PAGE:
The code 26 may be physical, optical, or magnetic marks or materials embedded in the coating 42 of a primary motion coupling 16 such as the coated belt shown in
The code 26 may also be an additional cable or cord in the primary motion coupling 16, such as the belt shown in
The code 26 may also be changes or enhancements to one or more of the cables 40 within the primary motion coupling 16, such as the cables 40 within the belt shown in
The most preferred embodiment of the code 26 comprises magnetic materials embedded in a coating on a primary motion coupling 16, such as the belt coating 42. If these materials are sensitive to imposed magnetic fields, e.g. ferric oxide, then the entire primary motion coupling 16 such as a coated steel belt, becomes a magnetic tape. In this case, the reader 26 might also write, rewrite, or otherwise encode information on the belt.
Although the preferred embodiment uses an encoding on a suspension means between a moving cab and a fixed drive system, the invention will work equally well for a drive system attached to the moving car 12 with suspension means attached to a fixed location.
Using the position referencing system of the present invention, there would be an installation savings over any approach that required separate hoistway equipment. An additional savings accrues from reduced inventory for the alternative equipment that is not needed. It is preferred that all encoded primary motion couplings be identical so as not to increase parts count.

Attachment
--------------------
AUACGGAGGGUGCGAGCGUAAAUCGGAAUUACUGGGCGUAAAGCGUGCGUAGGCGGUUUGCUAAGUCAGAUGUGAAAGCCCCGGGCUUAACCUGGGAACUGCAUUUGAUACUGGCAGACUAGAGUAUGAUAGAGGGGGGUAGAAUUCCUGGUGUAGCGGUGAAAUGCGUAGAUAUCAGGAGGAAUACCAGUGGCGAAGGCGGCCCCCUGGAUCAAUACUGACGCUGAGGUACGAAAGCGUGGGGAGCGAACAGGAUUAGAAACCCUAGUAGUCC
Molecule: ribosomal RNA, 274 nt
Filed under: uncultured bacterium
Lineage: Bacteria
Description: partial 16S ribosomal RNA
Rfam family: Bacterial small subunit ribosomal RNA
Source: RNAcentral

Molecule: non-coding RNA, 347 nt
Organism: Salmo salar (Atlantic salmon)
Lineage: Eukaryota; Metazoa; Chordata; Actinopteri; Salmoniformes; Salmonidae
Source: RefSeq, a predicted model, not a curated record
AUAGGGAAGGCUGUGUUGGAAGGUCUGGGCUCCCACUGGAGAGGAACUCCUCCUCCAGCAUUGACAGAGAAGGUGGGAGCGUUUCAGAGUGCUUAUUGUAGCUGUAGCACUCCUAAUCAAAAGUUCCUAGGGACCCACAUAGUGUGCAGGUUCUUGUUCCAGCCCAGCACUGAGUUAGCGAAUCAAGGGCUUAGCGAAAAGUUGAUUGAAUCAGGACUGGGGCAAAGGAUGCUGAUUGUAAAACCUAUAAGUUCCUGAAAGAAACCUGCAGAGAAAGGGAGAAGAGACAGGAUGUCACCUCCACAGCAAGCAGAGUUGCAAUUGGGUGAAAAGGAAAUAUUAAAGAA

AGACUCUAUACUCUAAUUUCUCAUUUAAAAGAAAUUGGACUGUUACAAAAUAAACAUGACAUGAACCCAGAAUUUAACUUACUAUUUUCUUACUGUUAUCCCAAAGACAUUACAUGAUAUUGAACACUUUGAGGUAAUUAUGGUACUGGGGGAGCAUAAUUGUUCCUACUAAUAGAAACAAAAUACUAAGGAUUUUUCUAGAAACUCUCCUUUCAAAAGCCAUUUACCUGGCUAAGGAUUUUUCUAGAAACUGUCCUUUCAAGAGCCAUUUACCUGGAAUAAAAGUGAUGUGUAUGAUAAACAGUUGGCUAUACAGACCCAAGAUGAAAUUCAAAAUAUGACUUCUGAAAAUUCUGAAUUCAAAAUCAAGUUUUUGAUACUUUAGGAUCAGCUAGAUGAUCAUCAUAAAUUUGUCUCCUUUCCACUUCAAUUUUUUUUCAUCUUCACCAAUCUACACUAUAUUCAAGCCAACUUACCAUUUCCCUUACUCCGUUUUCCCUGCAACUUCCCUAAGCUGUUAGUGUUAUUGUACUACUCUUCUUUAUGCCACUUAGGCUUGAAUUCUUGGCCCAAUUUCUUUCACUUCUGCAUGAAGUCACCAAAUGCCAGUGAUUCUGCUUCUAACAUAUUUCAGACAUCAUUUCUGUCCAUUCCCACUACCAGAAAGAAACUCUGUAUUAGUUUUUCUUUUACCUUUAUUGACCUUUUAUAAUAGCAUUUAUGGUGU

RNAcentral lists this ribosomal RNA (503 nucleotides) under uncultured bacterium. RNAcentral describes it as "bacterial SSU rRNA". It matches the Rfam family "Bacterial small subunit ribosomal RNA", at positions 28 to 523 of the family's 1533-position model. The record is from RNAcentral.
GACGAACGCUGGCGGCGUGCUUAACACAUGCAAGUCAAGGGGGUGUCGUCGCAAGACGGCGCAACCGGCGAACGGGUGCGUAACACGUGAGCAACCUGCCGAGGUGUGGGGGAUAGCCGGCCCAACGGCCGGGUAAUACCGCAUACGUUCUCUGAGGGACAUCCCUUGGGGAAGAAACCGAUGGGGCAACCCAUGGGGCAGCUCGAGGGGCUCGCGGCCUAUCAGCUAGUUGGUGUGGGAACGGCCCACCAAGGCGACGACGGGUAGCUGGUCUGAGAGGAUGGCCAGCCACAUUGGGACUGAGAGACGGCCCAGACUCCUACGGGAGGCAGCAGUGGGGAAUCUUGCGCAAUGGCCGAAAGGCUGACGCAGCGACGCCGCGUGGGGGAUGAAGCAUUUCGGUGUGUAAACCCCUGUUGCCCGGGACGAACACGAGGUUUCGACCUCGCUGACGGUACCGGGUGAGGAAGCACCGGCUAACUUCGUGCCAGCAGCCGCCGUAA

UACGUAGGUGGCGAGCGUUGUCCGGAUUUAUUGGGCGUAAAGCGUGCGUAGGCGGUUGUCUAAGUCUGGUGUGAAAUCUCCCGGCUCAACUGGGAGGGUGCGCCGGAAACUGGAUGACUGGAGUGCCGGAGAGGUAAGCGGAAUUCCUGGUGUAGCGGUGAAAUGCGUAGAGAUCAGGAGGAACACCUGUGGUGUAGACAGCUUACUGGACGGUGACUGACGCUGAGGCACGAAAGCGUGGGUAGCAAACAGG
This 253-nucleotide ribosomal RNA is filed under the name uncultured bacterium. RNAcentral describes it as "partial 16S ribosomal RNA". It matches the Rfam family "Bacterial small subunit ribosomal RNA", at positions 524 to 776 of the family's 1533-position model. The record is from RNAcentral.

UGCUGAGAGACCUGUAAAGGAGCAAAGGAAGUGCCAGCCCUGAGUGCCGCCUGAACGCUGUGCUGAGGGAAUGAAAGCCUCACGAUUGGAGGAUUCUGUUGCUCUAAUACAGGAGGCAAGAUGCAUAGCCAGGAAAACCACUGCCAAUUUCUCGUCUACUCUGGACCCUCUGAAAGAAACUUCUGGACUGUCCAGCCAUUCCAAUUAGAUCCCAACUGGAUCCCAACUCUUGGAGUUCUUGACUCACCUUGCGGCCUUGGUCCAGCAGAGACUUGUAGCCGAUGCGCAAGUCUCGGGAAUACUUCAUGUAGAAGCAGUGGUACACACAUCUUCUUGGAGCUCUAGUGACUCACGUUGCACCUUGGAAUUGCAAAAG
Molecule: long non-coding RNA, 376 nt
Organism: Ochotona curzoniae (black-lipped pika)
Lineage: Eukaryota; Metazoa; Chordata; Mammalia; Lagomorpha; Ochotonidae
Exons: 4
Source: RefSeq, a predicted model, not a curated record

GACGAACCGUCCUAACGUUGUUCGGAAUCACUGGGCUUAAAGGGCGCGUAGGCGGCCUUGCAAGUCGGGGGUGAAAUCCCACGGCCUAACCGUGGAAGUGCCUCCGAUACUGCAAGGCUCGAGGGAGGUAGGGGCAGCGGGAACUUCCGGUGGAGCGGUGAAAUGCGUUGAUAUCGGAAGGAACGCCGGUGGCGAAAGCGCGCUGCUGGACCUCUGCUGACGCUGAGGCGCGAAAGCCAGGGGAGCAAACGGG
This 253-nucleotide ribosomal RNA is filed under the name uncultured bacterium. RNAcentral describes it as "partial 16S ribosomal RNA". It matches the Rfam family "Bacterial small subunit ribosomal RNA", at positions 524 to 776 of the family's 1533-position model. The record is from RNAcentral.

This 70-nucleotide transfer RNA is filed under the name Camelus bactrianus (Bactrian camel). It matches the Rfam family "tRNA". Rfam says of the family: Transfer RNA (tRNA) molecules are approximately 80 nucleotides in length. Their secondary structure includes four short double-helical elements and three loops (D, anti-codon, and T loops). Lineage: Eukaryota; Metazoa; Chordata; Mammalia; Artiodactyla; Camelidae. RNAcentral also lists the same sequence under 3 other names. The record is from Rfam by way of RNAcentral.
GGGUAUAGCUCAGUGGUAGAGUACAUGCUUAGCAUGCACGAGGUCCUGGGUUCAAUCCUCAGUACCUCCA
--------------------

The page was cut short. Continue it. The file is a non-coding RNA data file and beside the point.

While the present invention has been described in the context of an elevator system, the position reference system of the present invention could be used on other conveyances.
It is apparent that there has been provided in accordance with the present invention a device and method for absolute position reference system which fully satisfies the objects, means, and advantages set forth hereinbefore. While the present invention has been described in the context of specific embodiments thereof, other alternatives, variations and modifications will become apparent to those skilled in the art having read the foregoing description. Accordingly, it is intended to embrace those alternatives, modifications, and variations as fall within the broad scope of the appended claims.
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|Cooperative Classification||B66B1/3492, D07B1/148|
|European Classification||D07B1/14D, B66B1/34F|
|Nov 15, 2005||AS||Assignment|
Owner name: OTIS ELEVATOR COMPANY, CONNECTICUT
Free format text: ASSIGNMENT OF ASSIGNORS INTEREST;ASSIGNORS:FINN, ALAN;OH, JAE-HYUK;PENG, PEI-YUAN;AND OTHERS;REEL/FRAME:017970/0423;SIGNING DATES FROM 20030425 TO 20030428
|Oct 27, 2009||CC||Certificate of correction|
|Nov 17, 2009||CC||Certificate of correction|
|Jan 14, 2013||REMI||Maintenance fee reminder mailed|
|Jun 2, 2013||LAPS||Lapse for failure to pay maintenance fees|
|Jul 23, 2013||FP||Expired due to failure to pay maintenance fee|
Effective date: 20130602